King James Bible
with Catholic Commentary by George Leo Haydock

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Isaiah 38

Hezekiah’s sickness and recovery. (1-8) His thanksgiving. (9-22)

Isaiah 38 Audio:

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Hezekiah’s sickness and recovery

1 In those days was Hezekiah sick unto death. And Isaiah the prophet the son of Amoz came unto him, and said unto him, Thus saith the LORD, Set thine house in order: for thou shalt die, and not live.

2 Then Hezekiah turned his face toward the wall, and prayed unto the LORD,

3 And said, Remember now, O LORD, I beseech thee, how I have walked before thee in truth and with a perfect heart, and have done that which is good in thy sight. And Hezekiah wept sore.

4 Then came the word of the LORD to Isaiah, saying,

5 Go, and say to Hezekiah, Thus saith the LORD, the God of David thy father, I have heard thy prayer, I have seen thy tears: behold, I will add unto thy days fifteen years.

6 And I will deliver thee and this city out of the hand of the king of Assyria: and I will defend this city.

7 And this shall be a sign unto thee from the LORD, that the LORD will do this thing that he hath spoken;

8 Behold, I will bring again the shadow of the degrees, which is gone down in the sun dial of Ahaz, ten degrees backward. So the sun returned ten degrees, by which degrees it was gone down.

His thanksgiving

9 The writing of Hezekiah king of Judah, when he had been sick, and was recovered of his sickness:

10 I said in the cutting off of my days, I shall go to the gates of the grave: I am deprived of the residue of my years.

11 I said, I shall not see the LORD, even the LORD, in the land of the living: I shall behold man no more with the inhabitants of the world.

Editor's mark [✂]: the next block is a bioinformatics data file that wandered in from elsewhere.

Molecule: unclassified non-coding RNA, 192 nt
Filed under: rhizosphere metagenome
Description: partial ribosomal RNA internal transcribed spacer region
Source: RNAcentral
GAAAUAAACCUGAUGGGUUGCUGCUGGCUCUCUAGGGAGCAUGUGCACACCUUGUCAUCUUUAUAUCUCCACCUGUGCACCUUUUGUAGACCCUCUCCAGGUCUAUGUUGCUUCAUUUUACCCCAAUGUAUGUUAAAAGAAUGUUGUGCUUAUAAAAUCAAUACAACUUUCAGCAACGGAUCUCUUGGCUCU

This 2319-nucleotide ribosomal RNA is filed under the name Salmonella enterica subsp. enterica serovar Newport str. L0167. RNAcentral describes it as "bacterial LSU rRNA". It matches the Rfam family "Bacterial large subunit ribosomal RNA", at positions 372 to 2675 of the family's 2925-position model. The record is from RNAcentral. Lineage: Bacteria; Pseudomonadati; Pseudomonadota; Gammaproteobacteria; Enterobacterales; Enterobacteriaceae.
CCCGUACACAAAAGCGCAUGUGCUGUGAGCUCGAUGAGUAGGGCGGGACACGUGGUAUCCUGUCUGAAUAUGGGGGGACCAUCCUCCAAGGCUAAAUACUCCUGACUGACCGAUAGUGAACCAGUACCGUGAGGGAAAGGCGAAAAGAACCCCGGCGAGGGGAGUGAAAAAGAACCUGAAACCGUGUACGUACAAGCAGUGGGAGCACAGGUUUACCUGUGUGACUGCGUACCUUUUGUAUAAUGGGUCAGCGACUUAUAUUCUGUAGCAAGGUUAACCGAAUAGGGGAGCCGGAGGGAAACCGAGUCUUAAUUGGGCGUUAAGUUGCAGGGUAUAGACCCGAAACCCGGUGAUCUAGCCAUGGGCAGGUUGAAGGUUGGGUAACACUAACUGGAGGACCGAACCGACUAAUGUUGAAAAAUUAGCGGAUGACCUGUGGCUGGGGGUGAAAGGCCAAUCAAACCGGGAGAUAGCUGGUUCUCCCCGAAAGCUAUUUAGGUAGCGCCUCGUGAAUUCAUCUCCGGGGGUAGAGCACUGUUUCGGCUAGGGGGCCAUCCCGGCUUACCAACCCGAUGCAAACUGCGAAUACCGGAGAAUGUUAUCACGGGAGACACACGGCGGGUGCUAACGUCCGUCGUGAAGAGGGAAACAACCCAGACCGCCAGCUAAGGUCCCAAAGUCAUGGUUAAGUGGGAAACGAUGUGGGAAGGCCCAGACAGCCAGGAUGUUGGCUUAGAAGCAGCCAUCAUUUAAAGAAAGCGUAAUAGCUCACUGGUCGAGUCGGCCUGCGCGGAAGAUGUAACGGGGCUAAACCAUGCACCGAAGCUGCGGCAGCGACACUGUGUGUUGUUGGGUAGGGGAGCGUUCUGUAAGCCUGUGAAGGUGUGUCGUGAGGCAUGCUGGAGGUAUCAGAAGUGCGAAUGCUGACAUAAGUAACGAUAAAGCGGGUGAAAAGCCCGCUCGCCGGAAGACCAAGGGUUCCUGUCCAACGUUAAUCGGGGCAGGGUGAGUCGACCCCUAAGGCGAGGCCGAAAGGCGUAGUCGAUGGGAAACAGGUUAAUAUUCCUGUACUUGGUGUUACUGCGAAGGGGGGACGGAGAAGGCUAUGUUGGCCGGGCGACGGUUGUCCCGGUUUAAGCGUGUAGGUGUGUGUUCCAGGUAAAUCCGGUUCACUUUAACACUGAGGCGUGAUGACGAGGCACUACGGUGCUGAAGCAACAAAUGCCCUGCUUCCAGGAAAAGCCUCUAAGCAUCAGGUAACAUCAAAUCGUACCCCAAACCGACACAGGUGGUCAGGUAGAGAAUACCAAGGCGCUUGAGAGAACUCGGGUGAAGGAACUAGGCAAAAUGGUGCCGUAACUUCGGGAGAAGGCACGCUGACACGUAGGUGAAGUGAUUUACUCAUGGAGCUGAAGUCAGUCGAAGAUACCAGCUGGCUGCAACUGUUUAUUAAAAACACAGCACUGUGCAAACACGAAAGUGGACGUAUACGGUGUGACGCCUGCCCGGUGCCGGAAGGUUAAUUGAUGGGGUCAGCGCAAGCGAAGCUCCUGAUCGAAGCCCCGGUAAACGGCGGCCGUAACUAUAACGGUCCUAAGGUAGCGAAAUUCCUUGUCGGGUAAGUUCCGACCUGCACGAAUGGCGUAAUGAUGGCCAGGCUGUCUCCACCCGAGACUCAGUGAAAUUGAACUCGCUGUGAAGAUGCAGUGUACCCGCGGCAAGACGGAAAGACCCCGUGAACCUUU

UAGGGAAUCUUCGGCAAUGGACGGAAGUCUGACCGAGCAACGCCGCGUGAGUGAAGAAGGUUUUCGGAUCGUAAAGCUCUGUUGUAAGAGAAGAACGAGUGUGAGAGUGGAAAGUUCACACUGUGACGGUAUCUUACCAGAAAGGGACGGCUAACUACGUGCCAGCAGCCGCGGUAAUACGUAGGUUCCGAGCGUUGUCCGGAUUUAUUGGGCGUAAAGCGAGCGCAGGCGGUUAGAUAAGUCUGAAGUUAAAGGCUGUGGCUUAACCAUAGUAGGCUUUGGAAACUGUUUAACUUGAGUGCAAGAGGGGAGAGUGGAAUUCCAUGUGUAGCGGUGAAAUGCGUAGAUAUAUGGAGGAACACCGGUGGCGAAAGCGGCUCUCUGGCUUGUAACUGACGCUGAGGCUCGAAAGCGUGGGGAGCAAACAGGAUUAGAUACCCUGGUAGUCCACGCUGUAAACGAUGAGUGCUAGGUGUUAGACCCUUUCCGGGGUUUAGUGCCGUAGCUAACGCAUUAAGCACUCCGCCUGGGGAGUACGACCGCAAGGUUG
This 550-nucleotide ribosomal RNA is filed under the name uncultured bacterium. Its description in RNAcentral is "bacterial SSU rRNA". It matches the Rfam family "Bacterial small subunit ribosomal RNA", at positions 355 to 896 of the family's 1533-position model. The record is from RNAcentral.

12 Mine age is departed, and is removed from me as a shepherd’s tent: I have cut off like a weaver my life: he will cut me off with pining sickness: from day even to night wilt thou make an end of me.

13 I reckoned till morning, that, as a lion, so will he break all my bones: from day even to night wilt thou make an end of me.

14 Like a crane or a swallow, so did I chatter: I did mourn as a dove: mine eyes fail with looking upward: O LORD, I am oppressed; undertake for me.

15 What shall I say? he hath both spoken unto me, and himself hath done it: I shall go softly all my years in the bitterness of my soul.

16 O LORD, by these things men live, and in all these things is the life of my spirit: so wilt thou recover me, and make me to live.

17 Behold, for peace I had great bitterness: but thou hast in love to my soul delivered it from the pit of corruption: for thou hast cast all my sins behind thy back.

18 For the grave cannot praise thee, death can not celebrate thee: they that go down into the pit cannot hope for thy truth.

19 The living, the living, he shall praise thee, as I do this day: the father to the children shall make known thy truth.

20 The LORD was ready to save me: therefore we will sing my songs to the stringed instruments all the days of our life in the house of the LORD.

21 For Isaiah had said, Let them take a lump of figs, and lay it for a plaister upon the boil, and he shall recover.

22 Hezekiah also had said, What is the sign that I shall go up to the house of the LORD?

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G Haydock's Catholic Bible Commentary

Ver. 9. Ezechias. Sanchez groundlessly thinks it was composed by Isaias. C. — Ezechias was afflicted lest he should give way to dangerous joy. W.

Ver. 10. Hell. Sheol, or Hades, the region of the dead. Ch. — He was afraid to die without issue. S. Jer. v. 12. — Manasses was born three years later. C. — The king would naturally have died. S. Aug. de Gen. ad lit. vi. 17. W.

Ver. 11. Living. I shall not assist at the festivals of the Lord in the temple.

Ver. 14. For me. He represents his disease, as an inexorable creditor.

Ver. 18. Truth. He speaks only of the body.

Ver. 22. Lord. The answer is given, (4 K. xx. 9.) which seems to evince that this is only an extract. C. — The prophet prescribed the medicine, and the king asked for a sign before he sung the canticle. W.